Graphics Rating: AMAZING

3. Sound

DOA’s sound and music has always been remarkable. The score in DOA Dimensions is all ripped from previous games with only a few tracks getting an updated remix. The music is quite enjoyable and fits perfectly with the action with upbeat, fast paced techno music. However the fact that it’s all returning themes is a big negative. There are no new tracks minus the music for the Metroid guest stage.

One of the biggest problems I have is the return of the English voice over for all cutscenes and battle dialogue which only appeared in DOA2 Hardcore for the PS2. It’s hilariously bad and thankfully you can swap it to Japanese voiceovers.

The sound effects of the combatants slamming each other into walls and electrified floors honestly sounds like it did in the past iterations as well.

Sound Rating: GOOD

4. Control and Gameplay

A constant fear about playing a fighting game on a handheld is how well it plays due to the smaller buttons and d-pad. The last fighting game I played was a port of Super Street Fighter 2 for the Game Boy Advance. While the game played fine, it still felt stiff and at times, moves were very difficult to perform. Thankfully that’s not the case with Dimensions. Being a 3D fighter with only three action buttons (Hold, Punch and Kick) gives way to a small learning curve and easy adjusting to the game’s 3D movement. Also included in DOA Dimensions is the use of the touch screen to perform the throws and combo strings for you without need of the buttons. Outside of the training mode, this is mainly cosmetic and people who look to truly experience DOA Dimensions will just ignore this or use it as a point of reference only.

The 3DS’ D-pad actually took some time to get used to due to its size. While there are still some hiccups, you will easily be pulling off moves, counters and multiple combo throws in no time. Also, thanks to the new and improved training mode(as mentioned earlier), you will be able to memorize nearly all your favorite attacks, learn their properties and devise strategies to beat your opponents. Some of these hiccups I mentioned mostly included input failures or extremely sensitive delayed inputs.

The first one usually comes about during your initial playtime in Dimensions. You’ll find yourself having difficulty with the D-pad inputted double down-forward or doing other moves when you meant to do something else. With time and practice, this will only become a minor problem later on. The second issue of delayed inputs is always a lingering problem and in fact gets worse when competing online due to lag. Some major examples of this are either late counters or unwanted counters coming out while attempting to block or Free Escape (this is a motion you perform on the d-pad where you get out of a stun).

Late counters are a constant problem online and make the game slightly less enjoyable for both casual and hardcore. This especially peeves hardcore players who’ve spent multiple hours in training mode remember move properties and know when to counter only to see that attempt to be delayed leaving you open for a damaging attack. The unwanted counters usually are more manageable. Holding down the Hold button to block then depending on the time you press a direction, like down for a low block, and might accidently trigger a counter. The same can be said for free escaping which usually requires a quick back and forth motion on the D-pad. Holding down hold after an escape is a tactic used to block a second attack but can also trigger a counter. Despite these two minor issues, the game that can take practice to manage, Dimensions is still an enjoyable game.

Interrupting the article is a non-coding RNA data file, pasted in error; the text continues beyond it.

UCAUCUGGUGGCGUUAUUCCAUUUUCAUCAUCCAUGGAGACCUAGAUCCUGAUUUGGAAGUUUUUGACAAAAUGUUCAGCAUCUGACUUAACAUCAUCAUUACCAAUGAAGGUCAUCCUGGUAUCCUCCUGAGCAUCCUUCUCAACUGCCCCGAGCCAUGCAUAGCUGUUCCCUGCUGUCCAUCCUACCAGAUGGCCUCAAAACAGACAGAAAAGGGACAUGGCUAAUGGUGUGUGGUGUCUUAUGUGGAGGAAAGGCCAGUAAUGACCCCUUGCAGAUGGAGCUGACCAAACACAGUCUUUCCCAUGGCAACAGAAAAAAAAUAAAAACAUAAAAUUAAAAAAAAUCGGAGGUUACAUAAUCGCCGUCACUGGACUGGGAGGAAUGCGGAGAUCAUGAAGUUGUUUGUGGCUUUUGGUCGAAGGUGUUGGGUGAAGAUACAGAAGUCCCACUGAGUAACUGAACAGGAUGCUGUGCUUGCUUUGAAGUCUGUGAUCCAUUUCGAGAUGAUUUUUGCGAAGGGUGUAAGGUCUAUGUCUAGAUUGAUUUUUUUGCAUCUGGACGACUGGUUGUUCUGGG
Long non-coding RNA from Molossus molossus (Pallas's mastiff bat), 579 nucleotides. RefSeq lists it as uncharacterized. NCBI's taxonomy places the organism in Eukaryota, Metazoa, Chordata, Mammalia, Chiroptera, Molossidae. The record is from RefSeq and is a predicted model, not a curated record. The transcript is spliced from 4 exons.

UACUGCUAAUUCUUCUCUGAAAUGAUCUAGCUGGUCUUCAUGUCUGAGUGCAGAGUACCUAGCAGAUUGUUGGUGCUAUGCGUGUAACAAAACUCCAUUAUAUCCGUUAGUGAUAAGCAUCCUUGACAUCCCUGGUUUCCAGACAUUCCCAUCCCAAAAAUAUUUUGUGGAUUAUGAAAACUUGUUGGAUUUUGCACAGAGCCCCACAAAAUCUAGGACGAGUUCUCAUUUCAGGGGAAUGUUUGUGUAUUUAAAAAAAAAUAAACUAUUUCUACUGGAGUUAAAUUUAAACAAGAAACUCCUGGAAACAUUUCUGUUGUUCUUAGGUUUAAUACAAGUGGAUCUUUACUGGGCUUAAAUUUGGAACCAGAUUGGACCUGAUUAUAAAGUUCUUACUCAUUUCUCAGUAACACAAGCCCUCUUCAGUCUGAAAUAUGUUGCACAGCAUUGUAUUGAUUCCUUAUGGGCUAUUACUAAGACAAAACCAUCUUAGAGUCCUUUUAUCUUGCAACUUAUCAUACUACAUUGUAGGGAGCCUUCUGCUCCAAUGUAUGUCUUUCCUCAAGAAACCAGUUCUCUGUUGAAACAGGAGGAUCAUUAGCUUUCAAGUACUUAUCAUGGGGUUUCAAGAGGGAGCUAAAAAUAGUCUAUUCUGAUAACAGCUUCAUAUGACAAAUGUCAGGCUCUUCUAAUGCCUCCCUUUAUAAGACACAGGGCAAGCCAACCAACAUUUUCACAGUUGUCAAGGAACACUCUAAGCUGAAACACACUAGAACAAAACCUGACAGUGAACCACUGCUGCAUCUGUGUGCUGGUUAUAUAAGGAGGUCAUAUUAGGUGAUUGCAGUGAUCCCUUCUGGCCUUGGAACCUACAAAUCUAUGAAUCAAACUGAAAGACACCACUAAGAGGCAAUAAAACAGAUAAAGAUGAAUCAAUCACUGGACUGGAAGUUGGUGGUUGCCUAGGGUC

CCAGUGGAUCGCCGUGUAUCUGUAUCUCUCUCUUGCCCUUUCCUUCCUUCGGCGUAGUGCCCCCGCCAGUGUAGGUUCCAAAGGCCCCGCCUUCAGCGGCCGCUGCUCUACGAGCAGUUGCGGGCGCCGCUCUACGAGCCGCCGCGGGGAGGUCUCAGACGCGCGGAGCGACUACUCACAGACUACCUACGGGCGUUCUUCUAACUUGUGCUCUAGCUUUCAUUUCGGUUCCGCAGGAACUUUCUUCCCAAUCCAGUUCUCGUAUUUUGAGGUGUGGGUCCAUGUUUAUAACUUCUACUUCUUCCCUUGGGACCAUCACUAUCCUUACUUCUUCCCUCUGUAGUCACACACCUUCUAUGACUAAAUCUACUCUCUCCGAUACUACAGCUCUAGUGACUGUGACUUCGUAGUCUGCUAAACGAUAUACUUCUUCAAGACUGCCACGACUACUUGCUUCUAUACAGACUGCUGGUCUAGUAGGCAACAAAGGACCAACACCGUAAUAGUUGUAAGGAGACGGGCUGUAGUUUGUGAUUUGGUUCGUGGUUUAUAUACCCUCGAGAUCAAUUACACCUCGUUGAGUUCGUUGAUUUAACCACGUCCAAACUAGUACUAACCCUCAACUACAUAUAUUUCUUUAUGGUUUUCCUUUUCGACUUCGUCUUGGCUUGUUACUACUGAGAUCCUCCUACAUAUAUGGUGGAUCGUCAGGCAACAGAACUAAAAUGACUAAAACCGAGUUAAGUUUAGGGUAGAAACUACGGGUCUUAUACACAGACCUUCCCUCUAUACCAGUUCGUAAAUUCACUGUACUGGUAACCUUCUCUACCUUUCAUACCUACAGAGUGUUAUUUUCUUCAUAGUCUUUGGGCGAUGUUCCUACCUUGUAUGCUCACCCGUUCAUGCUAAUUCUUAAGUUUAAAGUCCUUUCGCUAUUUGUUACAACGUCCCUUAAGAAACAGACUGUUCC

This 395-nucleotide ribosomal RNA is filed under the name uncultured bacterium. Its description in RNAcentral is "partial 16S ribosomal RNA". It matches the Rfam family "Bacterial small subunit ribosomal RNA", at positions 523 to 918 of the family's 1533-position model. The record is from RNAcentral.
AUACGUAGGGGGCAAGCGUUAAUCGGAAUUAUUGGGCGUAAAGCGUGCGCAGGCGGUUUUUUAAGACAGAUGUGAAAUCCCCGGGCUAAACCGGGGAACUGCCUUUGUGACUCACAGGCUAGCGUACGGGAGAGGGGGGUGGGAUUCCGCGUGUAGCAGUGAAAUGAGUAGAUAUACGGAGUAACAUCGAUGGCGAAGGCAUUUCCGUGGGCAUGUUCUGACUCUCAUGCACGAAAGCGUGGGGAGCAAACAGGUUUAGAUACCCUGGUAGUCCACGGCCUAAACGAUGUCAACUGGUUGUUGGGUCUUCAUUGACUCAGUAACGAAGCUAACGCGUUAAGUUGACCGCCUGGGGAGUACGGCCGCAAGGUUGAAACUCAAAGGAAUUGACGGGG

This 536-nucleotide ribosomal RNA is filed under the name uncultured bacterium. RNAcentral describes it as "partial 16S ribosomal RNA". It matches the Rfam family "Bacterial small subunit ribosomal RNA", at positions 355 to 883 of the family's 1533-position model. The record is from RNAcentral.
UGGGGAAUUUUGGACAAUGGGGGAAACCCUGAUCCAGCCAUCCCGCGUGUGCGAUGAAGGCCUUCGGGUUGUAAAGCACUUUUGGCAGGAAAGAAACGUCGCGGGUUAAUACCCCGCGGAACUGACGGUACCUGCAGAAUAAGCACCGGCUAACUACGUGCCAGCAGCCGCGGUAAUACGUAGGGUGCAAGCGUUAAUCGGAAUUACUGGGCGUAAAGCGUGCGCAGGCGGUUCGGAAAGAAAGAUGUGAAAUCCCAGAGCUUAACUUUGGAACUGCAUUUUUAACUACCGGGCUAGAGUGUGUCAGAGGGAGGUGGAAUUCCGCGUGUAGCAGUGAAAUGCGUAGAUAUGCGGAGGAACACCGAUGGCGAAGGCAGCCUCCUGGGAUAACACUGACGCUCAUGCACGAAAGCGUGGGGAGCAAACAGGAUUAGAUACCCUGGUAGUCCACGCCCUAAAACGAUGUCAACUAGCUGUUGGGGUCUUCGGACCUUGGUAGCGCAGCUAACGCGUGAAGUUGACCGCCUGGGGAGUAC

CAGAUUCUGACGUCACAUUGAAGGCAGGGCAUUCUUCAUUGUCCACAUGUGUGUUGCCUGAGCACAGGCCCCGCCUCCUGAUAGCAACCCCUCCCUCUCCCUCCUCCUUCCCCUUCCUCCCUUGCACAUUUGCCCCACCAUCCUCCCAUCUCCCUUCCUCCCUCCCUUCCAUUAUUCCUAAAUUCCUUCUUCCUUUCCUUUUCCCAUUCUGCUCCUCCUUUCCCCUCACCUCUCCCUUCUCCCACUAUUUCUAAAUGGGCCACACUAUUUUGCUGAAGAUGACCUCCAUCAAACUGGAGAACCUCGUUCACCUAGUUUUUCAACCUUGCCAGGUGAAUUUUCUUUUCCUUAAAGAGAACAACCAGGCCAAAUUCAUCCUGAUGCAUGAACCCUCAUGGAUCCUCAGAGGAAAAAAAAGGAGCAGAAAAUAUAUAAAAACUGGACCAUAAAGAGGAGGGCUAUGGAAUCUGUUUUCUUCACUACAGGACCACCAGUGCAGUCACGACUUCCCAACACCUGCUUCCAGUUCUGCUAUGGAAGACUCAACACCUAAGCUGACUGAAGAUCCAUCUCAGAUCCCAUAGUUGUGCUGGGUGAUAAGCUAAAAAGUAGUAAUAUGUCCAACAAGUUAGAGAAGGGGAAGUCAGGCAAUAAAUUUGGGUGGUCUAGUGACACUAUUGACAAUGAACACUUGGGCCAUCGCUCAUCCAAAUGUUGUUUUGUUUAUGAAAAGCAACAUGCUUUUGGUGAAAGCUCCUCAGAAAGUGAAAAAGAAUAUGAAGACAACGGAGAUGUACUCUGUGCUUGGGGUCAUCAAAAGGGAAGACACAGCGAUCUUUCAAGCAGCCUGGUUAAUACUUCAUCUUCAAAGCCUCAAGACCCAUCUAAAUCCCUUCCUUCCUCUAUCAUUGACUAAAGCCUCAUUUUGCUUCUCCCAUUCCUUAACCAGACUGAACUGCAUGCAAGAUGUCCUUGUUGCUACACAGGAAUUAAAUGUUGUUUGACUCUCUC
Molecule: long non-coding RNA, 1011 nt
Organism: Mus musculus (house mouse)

The gameplay of DOA Dimensions still hasn’t really changed from the last two games in the series. The high speed and offense based gameplay is still prevalent and offers much for those who enjoy fighting games. The only real differences are some tweaks to character moves, environment damage and bosses characters from past games now being playable. Aside from all that, Dimensions feels and plays like nothing more than an updated version of DOA 4.

The tweaks made for characters are rather few with exception of adding projectiles to a few of them. Some of these tweaks include minor balance fixes with some characters like a couple new moves and altered combo strings. The series staple, Kasumi, now has a combo string that starts off with a low kick and goes into a high kick that can launch your opponent for a juggle. Ayane has a running attack that was three aerial kicks but now ends with the third kick being her landing to do a mid-jump drill kick technique.
A new addition that was originally introduced in DOA2 was projectiles, but that remained only for boss characters like Genra and Tengu in their respective games. But now as both characters became playable in Dimensions, a projectile was also given to Ninja Gaiden superstar Ryu Hayabusa. This doesn’t really make a major change in the game’s overall feel, as it’s easy to counter dodge and it leaves you at a disadvantage if your opponent manages to get around it.

The addition of the boss characters adds some depth to an already big and colorful roster of characters. Tengu and Raidou have been playable before in their respective games of DOA1 and 2 while Genra, Kasumi-Alpha, and Alpha 152 are playable for the first time. The quality and feel of the new characters are surprisingly good each one with their own distinct feel easily allowing them to fit in with the rest of the cast.

Control and Gameplay Rating: GREAT

5. Replayability